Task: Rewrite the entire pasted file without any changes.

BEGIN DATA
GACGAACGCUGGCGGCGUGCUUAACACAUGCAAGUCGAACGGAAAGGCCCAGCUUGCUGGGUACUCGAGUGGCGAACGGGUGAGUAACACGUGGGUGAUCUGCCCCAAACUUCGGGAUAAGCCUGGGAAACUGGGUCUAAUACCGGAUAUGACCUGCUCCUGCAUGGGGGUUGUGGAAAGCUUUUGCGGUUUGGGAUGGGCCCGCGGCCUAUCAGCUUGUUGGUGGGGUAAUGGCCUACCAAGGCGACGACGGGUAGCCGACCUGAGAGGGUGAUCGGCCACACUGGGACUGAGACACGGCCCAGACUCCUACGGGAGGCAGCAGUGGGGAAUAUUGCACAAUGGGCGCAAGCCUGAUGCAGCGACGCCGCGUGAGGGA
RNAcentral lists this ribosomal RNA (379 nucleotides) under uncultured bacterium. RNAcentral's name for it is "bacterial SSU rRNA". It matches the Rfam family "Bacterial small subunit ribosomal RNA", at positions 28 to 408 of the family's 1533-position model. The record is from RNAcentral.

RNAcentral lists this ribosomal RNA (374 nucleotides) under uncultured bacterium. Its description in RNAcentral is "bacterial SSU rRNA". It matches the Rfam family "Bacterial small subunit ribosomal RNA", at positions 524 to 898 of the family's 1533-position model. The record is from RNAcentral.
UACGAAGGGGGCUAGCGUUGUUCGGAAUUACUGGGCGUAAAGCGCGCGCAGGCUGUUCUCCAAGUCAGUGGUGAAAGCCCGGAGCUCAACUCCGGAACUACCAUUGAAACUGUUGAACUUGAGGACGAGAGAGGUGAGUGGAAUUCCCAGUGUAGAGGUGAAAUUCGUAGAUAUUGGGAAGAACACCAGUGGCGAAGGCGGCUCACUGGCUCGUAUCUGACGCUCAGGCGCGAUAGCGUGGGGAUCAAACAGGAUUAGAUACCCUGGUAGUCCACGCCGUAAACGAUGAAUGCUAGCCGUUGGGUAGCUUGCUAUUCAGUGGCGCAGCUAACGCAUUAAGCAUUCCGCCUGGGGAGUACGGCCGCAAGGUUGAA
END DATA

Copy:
GACGAACGCUGGCGGCGUGCUUAACACAUGCAAGUCGAACGGAAAGGCCCAGCUUGCUGGGUACUCGAGUGGCGAACGGGUGAGUAACACGUGGGUGAUCUGCCCCAAACUUCGGGAUAAGCCUGGGAAACUGGGUCUAAUACCGGAUAUGACCUGCUCCUGCAUGGGGGUUGUGGAAAGCUUUUGCGGUUUGGGAUGGGCCCGCGGCCUAUCAGCUUGUUGGUGGGGUAAUGGCCUACCAAGGCGACGACGGGUAGCCGACCUGAGAGGGUGAUCGGCCACACUGGGACUGAGACACGGCCCAGACUCCUACGGGAGGCAGCAGUGGGGAAUAUUGCACAAUGGGCGCAAGCCUGAUGCAGCGACGCCGCGUGAGGGA
RNAcentral lists this ribosomal RNA (379 nucleotides) under uncultured bacterium. RNAcentral's name for it is "bacterial SSU rRNA". It matches the Rfam family "Bacterial small subunit ribosomal RNA", at positions 28 to 408 of the family's 1533-position model. The record is from RNAcentral.

RNAcentral lists this ribosomal RNA (374 nucleotides) under uncultured bacterium. Its description in RNAcentral is "bacterial SSU rRNA". It matches the Rfam family "Bacterial small subunit ribosomal RNA", at positions 524 to 898 of the family's 1533-position model. The record is from RNAcentral.
UACGAAGGGGGCUAGCGUUGUUCGGAAUUACUGGGCGUAAAGCGCGCGCAGGCUGUUCUCCAAGUCAGUGGUGAAAGCCCGGAGCUCAACUCCGGAACUACCAUUGAAACUGUUGAACUUGAGGACGAGAGAGGUGAGUGGAAUUCCCAGUGUAGAGGUGAAAUUCGUAGAUAUUGGGAAGAACACCAGUGGCGAAGGCGGCUCACUGGCUCGUAUCUGACGCUCAGGCGCGAUAGCGUGGGGAUCAAACAGGAUUAGAUACCCUGGUAGUCCACGCCGUAAACGAUGAAUGCUAGCCGUUGGGUAGCUUGCUAUUCAGUGGCGCAGCUAACGCAUUAAGCAUUCCGCCUGGGGAGUACGGCCGCAAGGUUGAA